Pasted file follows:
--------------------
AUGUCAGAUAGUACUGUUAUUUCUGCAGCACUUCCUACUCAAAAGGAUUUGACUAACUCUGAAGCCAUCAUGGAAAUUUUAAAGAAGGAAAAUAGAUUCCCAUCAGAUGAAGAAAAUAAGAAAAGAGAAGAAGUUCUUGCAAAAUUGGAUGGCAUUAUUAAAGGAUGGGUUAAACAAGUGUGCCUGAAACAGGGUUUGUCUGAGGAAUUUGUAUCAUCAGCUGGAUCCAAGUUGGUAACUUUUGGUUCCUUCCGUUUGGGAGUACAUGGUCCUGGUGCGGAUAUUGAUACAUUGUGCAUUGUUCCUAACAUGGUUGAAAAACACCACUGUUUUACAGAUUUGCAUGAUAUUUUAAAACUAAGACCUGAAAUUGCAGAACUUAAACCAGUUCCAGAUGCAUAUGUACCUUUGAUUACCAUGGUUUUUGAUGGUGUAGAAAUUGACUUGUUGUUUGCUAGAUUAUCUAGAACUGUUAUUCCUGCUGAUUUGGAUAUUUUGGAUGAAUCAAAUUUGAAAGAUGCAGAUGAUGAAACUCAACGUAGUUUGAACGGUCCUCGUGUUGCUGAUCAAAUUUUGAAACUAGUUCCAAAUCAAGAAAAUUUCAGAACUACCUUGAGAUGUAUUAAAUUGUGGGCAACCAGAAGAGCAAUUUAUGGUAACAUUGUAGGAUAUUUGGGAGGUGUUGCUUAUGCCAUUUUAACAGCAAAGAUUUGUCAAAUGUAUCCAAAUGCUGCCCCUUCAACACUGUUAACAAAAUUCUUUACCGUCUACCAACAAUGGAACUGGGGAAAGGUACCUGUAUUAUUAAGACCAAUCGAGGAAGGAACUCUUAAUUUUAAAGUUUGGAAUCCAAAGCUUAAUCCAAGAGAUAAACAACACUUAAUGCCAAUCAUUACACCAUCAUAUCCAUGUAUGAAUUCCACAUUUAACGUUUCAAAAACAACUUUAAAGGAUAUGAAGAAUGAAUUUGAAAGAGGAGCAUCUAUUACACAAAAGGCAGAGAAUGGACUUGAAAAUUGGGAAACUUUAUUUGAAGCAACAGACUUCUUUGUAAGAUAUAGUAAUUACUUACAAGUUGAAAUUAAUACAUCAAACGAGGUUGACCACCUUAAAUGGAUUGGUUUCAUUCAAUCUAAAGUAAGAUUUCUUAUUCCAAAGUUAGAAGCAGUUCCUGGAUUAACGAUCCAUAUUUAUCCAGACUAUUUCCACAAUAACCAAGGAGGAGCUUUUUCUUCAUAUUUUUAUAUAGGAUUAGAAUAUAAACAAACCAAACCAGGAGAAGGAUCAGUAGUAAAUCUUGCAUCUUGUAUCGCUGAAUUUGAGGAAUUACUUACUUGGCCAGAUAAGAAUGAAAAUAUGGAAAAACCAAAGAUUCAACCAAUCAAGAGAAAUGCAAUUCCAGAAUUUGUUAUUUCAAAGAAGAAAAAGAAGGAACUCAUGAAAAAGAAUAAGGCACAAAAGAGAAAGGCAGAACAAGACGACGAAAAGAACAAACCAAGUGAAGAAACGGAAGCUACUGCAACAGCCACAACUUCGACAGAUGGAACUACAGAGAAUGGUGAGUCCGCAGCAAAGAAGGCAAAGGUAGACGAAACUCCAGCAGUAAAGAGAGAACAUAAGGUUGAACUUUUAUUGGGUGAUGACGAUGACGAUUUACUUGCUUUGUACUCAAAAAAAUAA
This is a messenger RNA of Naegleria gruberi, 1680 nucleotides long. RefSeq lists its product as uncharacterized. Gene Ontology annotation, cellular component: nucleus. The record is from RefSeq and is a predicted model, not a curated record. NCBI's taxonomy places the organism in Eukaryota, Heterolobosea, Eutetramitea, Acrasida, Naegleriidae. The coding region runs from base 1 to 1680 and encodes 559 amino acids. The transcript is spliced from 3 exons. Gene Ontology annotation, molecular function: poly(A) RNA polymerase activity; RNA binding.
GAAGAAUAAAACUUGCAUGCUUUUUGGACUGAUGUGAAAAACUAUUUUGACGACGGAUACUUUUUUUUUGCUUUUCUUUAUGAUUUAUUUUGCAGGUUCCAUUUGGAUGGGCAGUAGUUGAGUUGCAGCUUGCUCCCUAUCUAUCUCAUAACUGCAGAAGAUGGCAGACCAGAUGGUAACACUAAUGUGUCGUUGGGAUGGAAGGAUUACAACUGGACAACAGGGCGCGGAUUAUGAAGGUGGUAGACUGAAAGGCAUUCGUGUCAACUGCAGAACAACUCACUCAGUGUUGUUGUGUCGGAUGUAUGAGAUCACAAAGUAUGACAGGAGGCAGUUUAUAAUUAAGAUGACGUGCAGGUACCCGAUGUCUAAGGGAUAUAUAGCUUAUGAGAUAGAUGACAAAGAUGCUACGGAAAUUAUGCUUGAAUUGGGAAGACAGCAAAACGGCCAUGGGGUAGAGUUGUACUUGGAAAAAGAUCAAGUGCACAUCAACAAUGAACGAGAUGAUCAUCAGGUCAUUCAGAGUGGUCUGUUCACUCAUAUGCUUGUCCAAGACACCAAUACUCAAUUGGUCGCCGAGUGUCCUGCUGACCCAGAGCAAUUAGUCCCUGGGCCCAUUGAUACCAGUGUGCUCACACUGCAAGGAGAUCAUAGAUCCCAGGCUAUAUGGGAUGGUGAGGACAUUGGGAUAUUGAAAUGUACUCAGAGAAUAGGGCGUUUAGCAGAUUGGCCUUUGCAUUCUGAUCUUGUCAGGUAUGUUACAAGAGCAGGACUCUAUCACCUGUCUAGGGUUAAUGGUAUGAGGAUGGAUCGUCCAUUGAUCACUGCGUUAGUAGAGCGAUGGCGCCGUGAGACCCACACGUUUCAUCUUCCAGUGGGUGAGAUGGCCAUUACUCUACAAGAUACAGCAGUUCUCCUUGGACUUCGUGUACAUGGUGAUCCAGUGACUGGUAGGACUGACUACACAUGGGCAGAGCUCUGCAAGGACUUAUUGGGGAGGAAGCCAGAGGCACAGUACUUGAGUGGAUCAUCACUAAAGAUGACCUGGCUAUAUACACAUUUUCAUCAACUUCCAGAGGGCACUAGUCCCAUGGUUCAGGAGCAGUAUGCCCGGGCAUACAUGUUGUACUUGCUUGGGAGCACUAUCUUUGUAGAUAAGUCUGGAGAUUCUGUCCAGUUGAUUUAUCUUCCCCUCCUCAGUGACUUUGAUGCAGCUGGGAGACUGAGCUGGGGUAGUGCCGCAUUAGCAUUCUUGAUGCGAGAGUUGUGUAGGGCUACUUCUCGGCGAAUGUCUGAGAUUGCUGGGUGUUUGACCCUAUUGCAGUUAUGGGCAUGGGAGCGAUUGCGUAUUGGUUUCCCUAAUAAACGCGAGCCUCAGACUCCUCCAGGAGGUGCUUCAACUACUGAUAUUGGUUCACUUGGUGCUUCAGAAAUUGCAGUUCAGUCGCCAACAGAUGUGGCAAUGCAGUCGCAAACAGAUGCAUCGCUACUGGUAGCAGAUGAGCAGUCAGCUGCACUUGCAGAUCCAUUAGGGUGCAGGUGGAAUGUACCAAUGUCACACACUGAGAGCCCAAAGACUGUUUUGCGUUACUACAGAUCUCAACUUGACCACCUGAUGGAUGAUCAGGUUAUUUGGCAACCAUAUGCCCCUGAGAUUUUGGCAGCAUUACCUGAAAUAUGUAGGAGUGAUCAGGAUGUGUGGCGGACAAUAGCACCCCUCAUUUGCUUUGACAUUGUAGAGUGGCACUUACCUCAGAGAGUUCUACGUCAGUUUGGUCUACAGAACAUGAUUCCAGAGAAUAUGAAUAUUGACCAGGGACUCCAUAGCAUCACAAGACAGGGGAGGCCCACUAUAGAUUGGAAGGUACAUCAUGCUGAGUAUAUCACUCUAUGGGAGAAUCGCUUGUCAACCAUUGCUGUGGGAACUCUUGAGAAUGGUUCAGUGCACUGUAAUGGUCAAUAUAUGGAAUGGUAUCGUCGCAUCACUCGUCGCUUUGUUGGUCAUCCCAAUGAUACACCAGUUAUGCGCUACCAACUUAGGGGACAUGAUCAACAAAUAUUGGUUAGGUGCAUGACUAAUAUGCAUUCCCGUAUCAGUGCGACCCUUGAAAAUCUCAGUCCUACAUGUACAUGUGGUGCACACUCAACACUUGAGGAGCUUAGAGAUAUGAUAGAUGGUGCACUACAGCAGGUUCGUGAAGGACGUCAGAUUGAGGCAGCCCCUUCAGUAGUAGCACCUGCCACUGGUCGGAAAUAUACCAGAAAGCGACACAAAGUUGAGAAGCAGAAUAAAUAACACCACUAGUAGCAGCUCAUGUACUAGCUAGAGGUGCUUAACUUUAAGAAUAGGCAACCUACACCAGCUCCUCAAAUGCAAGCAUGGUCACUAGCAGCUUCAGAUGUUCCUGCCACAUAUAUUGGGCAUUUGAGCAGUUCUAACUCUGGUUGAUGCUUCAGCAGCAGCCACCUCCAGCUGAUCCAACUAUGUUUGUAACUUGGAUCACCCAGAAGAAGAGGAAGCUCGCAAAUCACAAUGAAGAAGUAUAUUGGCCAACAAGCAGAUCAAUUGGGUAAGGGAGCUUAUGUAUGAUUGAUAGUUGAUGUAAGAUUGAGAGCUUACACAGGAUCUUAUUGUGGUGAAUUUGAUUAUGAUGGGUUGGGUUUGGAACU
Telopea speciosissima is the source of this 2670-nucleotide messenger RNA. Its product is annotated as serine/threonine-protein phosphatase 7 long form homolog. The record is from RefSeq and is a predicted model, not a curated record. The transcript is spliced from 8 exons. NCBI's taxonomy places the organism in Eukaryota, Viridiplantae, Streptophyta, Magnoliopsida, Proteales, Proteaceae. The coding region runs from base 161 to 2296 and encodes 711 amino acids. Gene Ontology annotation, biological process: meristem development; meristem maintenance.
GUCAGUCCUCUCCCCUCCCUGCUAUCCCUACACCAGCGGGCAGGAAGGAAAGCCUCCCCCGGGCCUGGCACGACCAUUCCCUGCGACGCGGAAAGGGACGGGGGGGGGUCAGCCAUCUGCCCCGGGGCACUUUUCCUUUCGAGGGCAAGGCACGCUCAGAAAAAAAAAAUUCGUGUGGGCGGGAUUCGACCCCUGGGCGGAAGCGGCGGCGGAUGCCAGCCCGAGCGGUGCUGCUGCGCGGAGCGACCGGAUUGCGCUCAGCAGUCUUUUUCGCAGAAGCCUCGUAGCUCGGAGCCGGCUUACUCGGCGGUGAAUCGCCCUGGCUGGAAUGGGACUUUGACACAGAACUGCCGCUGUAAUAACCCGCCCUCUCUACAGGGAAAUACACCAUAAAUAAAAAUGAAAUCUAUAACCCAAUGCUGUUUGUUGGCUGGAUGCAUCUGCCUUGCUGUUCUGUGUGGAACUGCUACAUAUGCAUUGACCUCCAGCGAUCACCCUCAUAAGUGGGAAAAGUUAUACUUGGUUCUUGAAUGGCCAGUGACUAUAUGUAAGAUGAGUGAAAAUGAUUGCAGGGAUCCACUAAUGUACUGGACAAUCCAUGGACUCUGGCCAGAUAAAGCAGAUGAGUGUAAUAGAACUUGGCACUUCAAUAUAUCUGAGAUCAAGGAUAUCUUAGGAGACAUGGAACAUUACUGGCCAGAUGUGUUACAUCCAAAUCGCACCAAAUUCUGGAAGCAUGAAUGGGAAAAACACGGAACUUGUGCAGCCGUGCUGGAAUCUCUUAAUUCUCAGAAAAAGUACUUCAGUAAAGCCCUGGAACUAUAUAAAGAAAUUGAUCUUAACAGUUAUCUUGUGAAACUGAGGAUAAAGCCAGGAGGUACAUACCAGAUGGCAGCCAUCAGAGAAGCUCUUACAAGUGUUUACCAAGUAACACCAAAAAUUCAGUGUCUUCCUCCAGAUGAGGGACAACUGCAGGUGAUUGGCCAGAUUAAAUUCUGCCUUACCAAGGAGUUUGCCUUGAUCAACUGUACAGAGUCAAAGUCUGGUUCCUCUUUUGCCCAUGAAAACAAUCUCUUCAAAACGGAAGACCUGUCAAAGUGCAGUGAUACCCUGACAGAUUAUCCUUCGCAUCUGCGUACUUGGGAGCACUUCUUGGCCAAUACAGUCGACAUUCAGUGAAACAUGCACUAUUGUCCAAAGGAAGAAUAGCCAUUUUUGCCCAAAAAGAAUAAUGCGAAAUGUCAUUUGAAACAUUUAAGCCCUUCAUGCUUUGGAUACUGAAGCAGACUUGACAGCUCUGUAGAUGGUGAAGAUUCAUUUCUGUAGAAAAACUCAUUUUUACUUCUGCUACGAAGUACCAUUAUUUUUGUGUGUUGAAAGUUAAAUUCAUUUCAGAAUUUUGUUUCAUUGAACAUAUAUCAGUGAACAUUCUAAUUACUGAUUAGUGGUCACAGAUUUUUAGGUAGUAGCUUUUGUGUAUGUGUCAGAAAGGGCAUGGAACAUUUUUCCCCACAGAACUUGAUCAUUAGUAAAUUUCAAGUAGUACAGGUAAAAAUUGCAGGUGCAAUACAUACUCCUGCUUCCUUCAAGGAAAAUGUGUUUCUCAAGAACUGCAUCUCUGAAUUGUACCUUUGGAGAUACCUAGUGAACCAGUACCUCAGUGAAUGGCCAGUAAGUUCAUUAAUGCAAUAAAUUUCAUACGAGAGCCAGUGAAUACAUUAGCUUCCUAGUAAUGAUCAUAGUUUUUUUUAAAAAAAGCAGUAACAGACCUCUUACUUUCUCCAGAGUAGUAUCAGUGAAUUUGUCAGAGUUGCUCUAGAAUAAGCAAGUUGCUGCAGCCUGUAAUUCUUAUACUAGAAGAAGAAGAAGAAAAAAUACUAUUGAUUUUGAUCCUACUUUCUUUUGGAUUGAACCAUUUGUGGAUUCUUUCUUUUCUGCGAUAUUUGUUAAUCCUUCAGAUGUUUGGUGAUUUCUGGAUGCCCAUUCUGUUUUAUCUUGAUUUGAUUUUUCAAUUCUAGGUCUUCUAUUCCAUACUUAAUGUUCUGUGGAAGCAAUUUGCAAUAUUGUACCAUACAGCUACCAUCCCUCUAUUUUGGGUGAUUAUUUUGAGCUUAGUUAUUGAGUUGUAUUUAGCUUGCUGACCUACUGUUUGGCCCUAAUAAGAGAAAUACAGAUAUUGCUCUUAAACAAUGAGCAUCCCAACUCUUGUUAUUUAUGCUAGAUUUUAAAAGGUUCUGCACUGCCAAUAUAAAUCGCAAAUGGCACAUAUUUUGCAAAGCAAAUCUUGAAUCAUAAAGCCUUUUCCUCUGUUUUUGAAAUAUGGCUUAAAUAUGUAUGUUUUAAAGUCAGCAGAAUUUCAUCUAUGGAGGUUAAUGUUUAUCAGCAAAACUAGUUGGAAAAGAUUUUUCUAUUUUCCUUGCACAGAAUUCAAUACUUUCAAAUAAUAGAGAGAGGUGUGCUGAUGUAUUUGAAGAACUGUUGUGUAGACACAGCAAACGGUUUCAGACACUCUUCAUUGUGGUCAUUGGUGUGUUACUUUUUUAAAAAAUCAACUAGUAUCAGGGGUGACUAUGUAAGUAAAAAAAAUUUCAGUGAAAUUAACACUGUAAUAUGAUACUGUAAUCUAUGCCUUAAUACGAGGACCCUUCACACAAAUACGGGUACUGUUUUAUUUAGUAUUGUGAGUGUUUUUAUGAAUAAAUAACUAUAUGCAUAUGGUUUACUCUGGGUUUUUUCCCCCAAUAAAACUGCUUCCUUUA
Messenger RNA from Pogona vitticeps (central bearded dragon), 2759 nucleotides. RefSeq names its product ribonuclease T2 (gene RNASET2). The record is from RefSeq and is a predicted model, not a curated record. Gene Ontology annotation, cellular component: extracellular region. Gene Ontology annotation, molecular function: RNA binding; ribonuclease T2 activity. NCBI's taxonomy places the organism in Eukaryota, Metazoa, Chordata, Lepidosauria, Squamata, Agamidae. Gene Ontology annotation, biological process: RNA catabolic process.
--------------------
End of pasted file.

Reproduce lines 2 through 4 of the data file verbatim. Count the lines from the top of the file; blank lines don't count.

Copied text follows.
This is a messenger RNA of Naegleria gruberi, 1680 nucleotides long. RefSeq lists its product as uncharacterized. Gene Ontology annotation, cellular component: nucleus. The record is from RefSeq and is a predicted model, not a curated record. NCBI's taxonomy places the organism in Eukaryota, Heterolobosea, Eutetramitea, Acrasida, Naegleriidae. The coding region runs from base 1 to 1680 and encodes 559 amino acids. The transcript is spliced from 3 exons. Gene Ontology annotation, molecular function: poly(A) RNA polymerase activity; RNA binding.
GAAGAAUAAAACUUGCAUGCUUUUUGGACUGAUGUGAAAAACUAUUUUGACGACGGAUACUUUUUUUUUGCUUUUCUUUAUGAUUUAUUUUGCAGGUUCCAUUUGGAUGGGCAGUAGUUGAGUUGCAGCUUGCUCCCUAUCUAUCUCAUAACUGCAGAAGAUGGCAGACCAGAUGGUAACACUAAUGUGUCGUUGGGAUGGAAGGAUUACAACUGGACAACAGGGCGCGGAUUAUGAAGGUGGUAGACUGAAAGGCAUUCGUGUCAACUGCAGAACAACUCACUCAGUGUUGUUGUGUCGGAUGUAUGAGAUCACAAAGUAUGACAGGAGGCAGUUUAUAAUUAAGAUGACGUGCAGGUACCCGAUGUCUAAGGGAUAUAUAGCUUAUGAGAUAGAUGACAAAGAUGCUACGGAAAUUAUGCUUGAAUUGGGAAGACAGCAAAACGGCCAUGGGGUAGAGUUGUACUUGGAAAAAGAUCAAGUGCACAUCAACAAUGAACGAGAUGAUCAUCAGGUCAUUCAGAGUGGUCUGUUCACUCAUAUGCUUGUCCAAGACACCAAUACUCAAUUGGUCGCCGAGUGUCCUGCUGACCCAGAGCAAUUAGUCCCUGGGCCCAUUGAUACCAGUGUGCUCACACUGCAAGGAGAUCAUAGAUCCCAGGCUAUAUGGGAUGGUGAGGACAUUGGGAUAUUGAAAUGUACUCAGAGAAUAGGGCGUUUAGCAGAUUGGCCUUUGCAUUCUGAUCUUGUCAGGUAUGUUACAAGAGCAGGACUCUAUCACCUGUCUAGGGUUAAUGGUAUGAGGAUGGAUCGUCCAUUGAUCACUGCGUUAGUAGAGCGAUGGCGCCGUGAGACCCACACGUUUCAUCUUCCAGUGGGUGAGAUGGCCAUUACUCUACAAGAUACAGCAGUUCUCCUUGGACUUCGUGUACAUGGUGAUCCAGUGACUGGUAGGACUGACUACACAUGGGCAGAGCUCUGCAAGGACUUAUUGGGGAGGAAGCCAGAGGCACAGUACUUGAGUGGAUCAUCACUAAAGAUGACCUGGCUAUAUACACAUUUUCAUCAACUUCCAGAGGGCACUAGUCCCAUGGUUCAGGAGCAGUAUGCCCGGGCAUACAUGUUGUACUUGCUUGGGAGCACUAUCUUUGUAGAUAAGUCUGGAGAUUCUGUCCAGUUGAUUUAUCUUCCCCUCCUCAGUGACUUUGAUGCAGCUGGGAGACUGAGCUGGGGUAGUGCCGCAUUAGCAUUCUUGAUGCGAGAGUUGUGUAGGGCUACUUCUCGGCGAAUGUCUGAGAUUGCUGGGUGUUUGACCCUAUUGCAGUUAUGGGCAUGGGAGCGAUUGCGUAUUGGUUUCCCUAAUAAACGCGAGCCUCAGACUCCUCCAGGAGGUGCUUCAACUACUGAUAUUGGUUCACUUGGUGCUUCAGAAAUUGCAGUUCAGUCGCCAACAGAUGUGGCAAUGCAGUCGCAAACAGAUGCAUCGCUACUGGUAGCAGAUGAGCAGUCAGCUGCACUUGCAGAUCCAUUAGGGUGCAGGUGGAAUGUACCAAUGUCACACACUGAGAGCCCAAAGACUGUUUUGCGUUACUACAGAUCUCAACUUGACCACCUGAUGGAUGAUCAGGUUAUUUGGCAACCAUAUGCCCCUGAGAUUUUGGCAGCAUUACCUGAAAUAUGUAGGAGUGAUCAGGAUGUGUGGCGGACAAUAGCACCCCUCAUUUGCUUUGACAUUGUAGAGUGGCACUUACCUCAGAGAGUUCUACGUCAGUUUGGUCUACAGAACAUGAUUCCAGAGAAUAUGAAUAUUGACCAGGGACUCCAUAGCAUCACAAGACAGGGGAGGCCCACUAUAGAUUGGAAGGUACAUCAUGCUGAGUAUAUCACUCUAUGGGAGAAUCGCUUGUCAACCAUUGCUGUGGGAACUCUUGAGAAUGGUUCAGUGCACUGUAAUGGUCAAUAUAUGGAAUGGUAUCGUCGCAUCACUCGUCGCUUUGUUGGUCAUCCCAAUGAUACACCAGUUAUGCGCUACCAACUUAGGGGACAUGAUCAACAAAUAUUGGUUAGGUGCAUGACUAAUAUGCAUUCCCGUAUCAGUGCGACCCUUGAAAAUCUCAGUCCUACAUGUACAUGUGGUGCACACUCAACACUUGAGGAGCUUAGAGAUAUGAUAGAUGGUGCACUACAGCAGGUUCGUGAAGGACGUCAGAUUGAGGCAGCCCCUUCAGUAGUAGCACCUGCCACUGGUCGGAAAUAUACCAGAAAGCGACACAAAGUUGAGAAGCAGAAUAAAUAACACCACUAGUAGCAGCUCAUGUACUAGCUAGAGGUGCUUAACUUUAAGAAUAGGCAACCUACACCAGCUCCUCAAAUGCAAGCAUGGUCACUAGCAGCUUCAGAUGUUCCUGCCACAUAUAUUGGGCAUUUGAGCAGUUCUAACUCUGGUUGAUGCUUCAGCAGCAGCCACCUCCAGCUGAUCCAACUAUGUUUGUAACUUGGAUCACCCAGAAGAAGAGGAAGCUCGCAAAUCACAAUGAAGAAGUAUAUUGGCCAACAAGCAGAUCAAUUGGGUAAGGGAGCUUAUGUAUGAUUGAUAGUUGAUGUAAGAUUGAGAGCUUACACAGGAUCUUAUUGUGGUGAAUUUGAUUAUGAUGGGUUGGGUUUGGAACU
Telopea speciosissima is the source of this 2670-nucleotide messenger RNA. Its product is annotated as serine/threonine-protein phosphatase 7 long form homolog. The record is from RefSeq and is a predicted model, not a curated record. The transcript is spliced from 8 exons. NCBI's taxonomy places the organism in Eukaryota, Viridiplantae, Streptophyta, Magnoliopsida, Proteales, Proteaceae. The coding region runs from base 161 to 2296 and encodes 711 amino acids. Gene Ontology annotation, biological process: meristem development; meristem maintenance.